Over the past 2 years we have come across more and more tenants seeking shorter tenancies, or a tenancy with a break-clause allowing them the freedom to serve notice during the fixed term. The reason given - "we are saving up to buy our own home". Having said that the numbers are pretty low when compared with tenants looking for a more secure type of tenancy giving them a fixed period of certainty. We have read reports that up to 2/3rds of tenants are saving up for a deposit, with many prepared to look further afield in order to make their home ownership dream a reality. Elsewhere we have read that less than 50% of tenants have anything currently saved towards a deposit. Is the desire to own your own home anything new? Well no…., perhaps new to some is the realisation that if rents continue to rise the ability to save for a deposit becomes more difficult.
Stamp Duty rates changed in the December 2014 budget. Now you pay higher rates only on the proportion of the property price in the higher bands. Also, from April 2016, buyers of buy-to-let and second homes will pay additional stamp duty. Here's our handy guide to the new rates. BracketsStandard rateBuy-to-let/second home rate (from April 2016) Up to £125,000 0% 3% £125,001 - £250,000 2% 5% £250,001 - £925,000 5% 8% £925,001 - £1.5m 10% 13% over £1.5m 12% 15% Rates under the new system are based on various portions of the sale price e.g., for a sale price of £600,000 there is no tax to pay on the first £125,000, then 2% is payable on the portion between £125,000 - £250,000 (£2500) and 5% payable on the portion between £250,000 - £600,000 (£17,500): total tax due = £20,000.Under the previous system tax was payable at 4% on the £600,000: total tax due = £24,000.
This month's Market Report comes at a somewhat confusing time for the financial aspects of buying and selling a property. It is effectively a crossroads at which recent Government initiatives seem to collide. These include things like Help-to-Buy, SDLT Stamp and inheritance tax changes, and higher taxes for buy-to-let landlords and second home owners. Indeed, the Institute of Economic Affairs has said that almost all of the Government's interventions in the housing market have been "a step in the wrong direction". For example has the Help-to Buy scheme pushed prices out of reach for whom it was designed to help? There has been a huge rush among buy to let investors forming limited companies since the beginning of the year in order to avoid the 3% additional stamp duty that they will need to pay unless they complete by 1st April.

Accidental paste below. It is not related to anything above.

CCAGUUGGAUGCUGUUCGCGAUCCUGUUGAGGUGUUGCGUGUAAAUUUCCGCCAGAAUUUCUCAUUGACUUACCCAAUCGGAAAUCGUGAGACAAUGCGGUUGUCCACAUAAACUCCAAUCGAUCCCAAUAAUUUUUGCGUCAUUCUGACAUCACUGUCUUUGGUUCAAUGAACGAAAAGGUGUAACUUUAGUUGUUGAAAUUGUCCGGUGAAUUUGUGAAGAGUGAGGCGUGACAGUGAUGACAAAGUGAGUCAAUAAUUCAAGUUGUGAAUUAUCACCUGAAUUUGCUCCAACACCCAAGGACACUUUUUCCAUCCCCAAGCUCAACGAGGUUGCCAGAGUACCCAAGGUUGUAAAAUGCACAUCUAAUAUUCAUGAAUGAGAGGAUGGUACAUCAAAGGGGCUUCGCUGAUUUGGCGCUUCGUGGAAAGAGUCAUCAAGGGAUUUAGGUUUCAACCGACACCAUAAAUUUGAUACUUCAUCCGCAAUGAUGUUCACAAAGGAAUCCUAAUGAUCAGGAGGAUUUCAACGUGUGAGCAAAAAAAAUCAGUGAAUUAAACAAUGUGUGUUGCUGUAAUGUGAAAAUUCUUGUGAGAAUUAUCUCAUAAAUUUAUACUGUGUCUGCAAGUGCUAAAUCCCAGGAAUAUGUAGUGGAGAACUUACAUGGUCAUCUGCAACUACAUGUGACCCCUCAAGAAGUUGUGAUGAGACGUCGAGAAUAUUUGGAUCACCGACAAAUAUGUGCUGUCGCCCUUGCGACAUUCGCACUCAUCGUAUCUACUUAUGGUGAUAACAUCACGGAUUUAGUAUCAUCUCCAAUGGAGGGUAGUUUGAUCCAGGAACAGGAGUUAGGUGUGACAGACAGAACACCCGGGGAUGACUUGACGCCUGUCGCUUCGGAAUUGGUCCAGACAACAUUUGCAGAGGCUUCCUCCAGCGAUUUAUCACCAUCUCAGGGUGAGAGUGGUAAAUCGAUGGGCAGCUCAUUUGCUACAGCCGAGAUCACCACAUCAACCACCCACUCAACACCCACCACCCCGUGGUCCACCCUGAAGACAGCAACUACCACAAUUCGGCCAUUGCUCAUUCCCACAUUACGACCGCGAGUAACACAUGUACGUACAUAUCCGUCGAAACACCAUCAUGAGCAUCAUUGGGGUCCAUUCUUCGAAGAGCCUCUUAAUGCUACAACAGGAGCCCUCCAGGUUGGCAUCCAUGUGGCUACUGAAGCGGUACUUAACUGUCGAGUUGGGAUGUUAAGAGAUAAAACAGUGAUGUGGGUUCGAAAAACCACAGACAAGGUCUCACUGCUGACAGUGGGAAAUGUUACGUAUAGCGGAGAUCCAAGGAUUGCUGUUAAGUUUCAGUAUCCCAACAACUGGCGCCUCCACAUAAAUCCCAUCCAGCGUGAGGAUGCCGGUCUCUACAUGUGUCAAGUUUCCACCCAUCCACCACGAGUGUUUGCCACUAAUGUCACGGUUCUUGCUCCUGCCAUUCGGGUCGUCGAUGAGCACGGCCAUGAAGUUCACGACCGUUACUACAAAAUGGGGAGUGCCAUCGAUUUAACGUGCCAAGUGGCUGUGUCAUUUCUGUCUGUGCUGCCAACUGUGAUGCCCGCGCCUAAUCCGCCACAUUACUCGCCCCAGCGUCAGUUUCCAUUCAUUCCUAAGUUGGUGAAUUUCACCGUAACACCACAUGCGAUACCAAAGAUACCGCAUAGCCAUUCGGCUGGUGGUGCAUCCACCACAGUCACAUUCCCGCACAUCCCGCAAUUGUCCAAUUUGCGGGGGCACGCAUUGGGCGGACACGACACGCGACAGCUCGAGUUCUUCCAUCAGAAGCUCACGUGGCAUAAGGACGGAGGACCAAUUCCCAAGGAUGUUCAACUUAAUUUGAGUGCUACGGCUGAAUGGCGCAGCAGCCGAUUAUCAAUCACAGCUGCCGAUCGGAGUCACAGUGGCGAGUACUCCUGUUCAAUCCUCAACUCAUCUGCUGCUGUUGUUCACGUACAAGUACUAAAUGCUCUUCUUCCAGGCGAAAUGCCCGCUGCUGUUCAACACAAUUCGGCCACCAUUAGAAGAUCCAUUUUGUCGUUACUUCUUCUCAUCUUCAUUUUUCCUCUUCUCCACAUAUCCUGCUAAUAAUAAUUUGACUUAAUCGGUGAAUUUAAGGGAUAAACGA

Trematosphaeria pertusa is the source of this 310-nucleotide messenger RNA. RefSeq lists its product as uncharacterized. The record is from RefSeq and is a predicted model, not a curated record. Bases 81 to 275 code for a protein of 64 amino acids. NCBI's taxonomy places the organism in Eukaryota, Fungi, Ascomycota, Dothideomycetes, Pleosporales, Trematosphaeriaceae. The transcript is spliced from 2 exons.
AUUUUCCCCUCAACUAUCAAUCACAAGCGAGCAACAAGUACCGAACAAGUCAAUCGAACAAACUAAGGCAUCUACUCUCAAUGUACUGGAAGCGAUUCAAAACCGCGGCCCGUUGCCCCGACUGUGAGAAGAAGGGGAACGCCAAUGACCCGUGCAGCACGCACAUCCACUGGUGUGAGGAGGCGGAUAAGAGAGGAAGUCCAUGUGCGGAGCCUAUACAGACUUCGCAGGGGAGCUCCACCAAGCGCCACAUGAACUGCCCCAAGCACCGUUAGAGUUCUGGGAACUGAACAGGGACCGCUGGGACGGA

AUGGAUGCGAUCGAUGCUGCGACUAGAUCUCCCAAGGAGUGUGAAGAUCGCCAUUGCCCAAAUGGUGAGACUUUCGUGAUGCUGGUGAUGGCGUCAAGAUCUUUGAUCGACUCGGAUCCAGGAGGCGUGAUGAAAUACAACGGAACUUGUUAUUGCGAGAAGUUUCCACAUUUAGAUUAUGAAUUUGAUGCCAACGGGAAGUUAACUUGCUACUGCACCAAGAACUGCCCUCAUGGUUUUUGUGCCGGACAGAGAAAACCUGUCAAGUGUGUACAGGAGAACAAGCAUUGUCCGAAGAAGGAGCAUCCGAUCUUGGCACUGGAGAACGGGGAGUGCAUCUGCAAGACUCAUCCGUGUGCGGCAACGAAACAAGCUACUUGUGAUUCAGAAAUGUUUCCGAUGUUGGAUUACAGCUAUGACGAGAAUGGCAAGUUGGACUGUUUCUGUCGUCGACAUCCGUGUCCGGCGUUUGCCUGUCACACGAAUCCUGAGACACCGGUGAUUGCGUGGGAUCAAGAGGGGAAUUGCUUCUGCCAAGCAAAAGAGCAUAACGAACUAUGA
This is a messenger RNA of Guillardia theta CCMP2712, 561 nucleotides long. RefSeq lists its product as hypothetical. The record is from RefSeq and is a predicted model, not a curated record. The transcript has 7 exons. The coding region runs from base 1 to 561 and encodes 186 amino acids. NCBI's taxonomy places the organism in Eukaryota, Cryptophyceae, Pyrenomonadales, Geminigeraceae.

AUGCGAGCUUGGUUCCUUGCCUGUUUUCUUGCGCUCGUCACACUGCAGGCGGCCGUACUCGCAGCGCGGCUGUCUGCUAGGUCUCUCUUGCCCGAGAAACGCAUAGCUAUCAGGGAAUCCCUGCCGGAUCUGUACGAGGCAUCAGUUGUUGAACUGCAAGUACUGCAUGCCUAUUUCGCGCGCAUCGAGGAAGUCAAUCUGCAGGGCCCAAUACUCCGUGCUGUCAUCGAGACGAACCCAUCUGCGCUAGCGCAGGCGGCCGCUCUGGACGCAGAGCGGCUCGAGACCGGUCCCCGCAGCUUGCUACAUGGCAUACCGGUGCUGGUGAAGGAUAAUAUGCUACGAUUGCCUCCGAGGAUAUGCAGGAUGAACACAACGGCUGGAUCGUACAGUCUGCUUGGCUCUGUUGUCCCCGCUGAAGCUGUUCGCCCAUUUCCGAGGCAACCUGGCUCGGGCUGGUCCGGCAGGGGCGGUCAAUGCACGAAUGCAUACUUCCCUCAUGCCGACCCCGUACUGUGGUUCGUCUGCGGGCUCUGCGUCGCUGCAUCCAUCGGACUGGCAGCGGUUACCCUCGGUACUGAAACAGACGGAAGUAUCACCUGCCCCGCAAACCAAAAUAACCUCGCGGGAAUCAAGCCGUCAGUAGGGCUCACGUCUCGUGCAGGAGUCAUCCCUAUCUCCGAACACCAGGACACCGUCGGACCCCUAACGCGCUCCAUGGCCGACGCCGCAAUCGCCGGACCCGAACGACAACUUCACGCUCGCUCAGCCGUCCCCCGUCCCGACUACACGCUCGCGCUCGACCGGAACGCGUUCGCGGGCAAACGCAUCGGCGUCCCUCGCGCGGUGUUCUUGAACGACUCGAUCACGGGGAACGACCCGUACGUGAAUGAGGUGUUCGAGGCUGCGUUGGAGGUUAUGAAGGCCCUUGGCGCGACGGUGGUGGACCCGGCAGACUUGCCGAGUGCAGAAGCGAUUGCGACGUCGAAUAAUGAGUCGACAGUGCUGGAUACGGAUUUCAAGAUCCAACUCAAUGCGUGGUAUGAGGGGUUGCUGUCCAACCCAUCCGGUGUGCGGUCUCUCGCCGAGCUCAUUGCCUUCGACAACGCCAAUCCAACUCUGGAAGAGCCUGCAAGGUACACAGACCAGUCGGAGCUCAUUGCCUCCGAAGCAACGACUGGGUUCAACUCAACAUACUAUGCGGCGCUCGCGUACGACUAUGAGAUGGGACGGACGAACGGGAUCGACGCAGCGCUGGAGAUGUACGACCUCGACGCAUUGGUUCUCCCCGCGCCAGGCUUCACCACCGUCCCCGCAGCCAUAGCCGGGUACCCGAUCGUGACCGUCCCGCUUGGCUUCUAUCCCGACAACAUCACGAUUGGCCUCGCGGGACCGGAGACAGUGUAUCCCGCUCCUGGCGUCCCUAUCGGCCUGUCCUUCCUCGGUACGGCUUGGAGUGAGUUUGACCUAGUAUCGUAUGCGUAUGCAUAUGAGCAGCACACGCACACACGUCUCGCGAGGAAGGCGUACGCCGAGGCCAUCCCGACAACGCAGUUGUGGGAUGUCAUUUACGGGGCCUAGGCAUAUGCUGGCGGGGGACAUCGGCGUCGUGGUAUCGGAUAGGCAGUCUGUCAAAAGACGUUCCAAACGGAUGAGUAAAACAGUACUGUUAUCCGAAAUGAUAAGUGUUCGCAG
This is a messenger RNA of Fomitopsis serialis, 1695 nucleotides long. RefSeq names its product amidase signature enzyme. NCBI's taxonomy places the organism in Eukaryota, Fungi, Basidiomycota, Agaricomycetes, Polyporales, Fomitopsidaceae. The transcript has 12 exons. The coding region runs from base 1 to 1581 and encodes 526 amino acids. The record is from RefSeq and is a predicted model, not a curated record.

We came across an interesting article on leaseholds and it prompted us to think “how many of our landlords have leases below 80 years?” A lease below 80 years attracts a marriage fee and many lenders will not lend on a lease with less than 70 years left to run. The lower the length of lease, the more costly it will be to extend, so when you do come to sell this could well be a bigger problem than you think. Check your lease and if you need advice then speak with a suitably qualified surveyor or a solicitor. Before we start, please note we are not mortgage brokers and when it comes to giving mortgage advice this should always be left to an expert, such as an independent mortgage broker. We noticed a high street lender advertising a 5 year fixed rate mortgage deal at a rate sub 2% with another offering a 10 year fixed rate at around the 3% mark.
When considering the value of a property prior to putting it on the market, many vendors understandably look at the asking price of other properties currently on the market locally, and draw pricing conclusions based on this research. Whilst this is not an unreasonable way of determining value, there are some traps to look out for. Firstly, an important observation is that if a property is on the market, it is by definition “unsold”. Unless it is relatively new to the market, an unsold property can often be one that is overpriced. If it had been priced correctly it would have sold, but in the event the market has rejected a property then it will probably only sell if the price is reduced. The longer a property remains unsold the less impact it will have, so if you have a similar property and you price it at about the same level as the unsold property, the chances are that yours will remain unsold as well.
If your tenancy is to work out well from day one, there are a few key guidelines you should follow: Position yourself as a strong contender by having good references from previous landlords prepared in advance. Your new agent will of course want to verify these references but the landlord of a property you are viewing may have a choice of tenants to select from so why not show yourself to be a good option? Make sure you agree with the inventory and condition report, then sign and date it to avoid any misunderstandings down the line. Always ask for a written receipt for your deposit and details of where it has been lodged. Ensure you have emergency procedures in place and that your landlord or agent provides a telephone number to call if anything goes wrong. Know where the water, gas and electricity cut-off switches are in case of an emergency.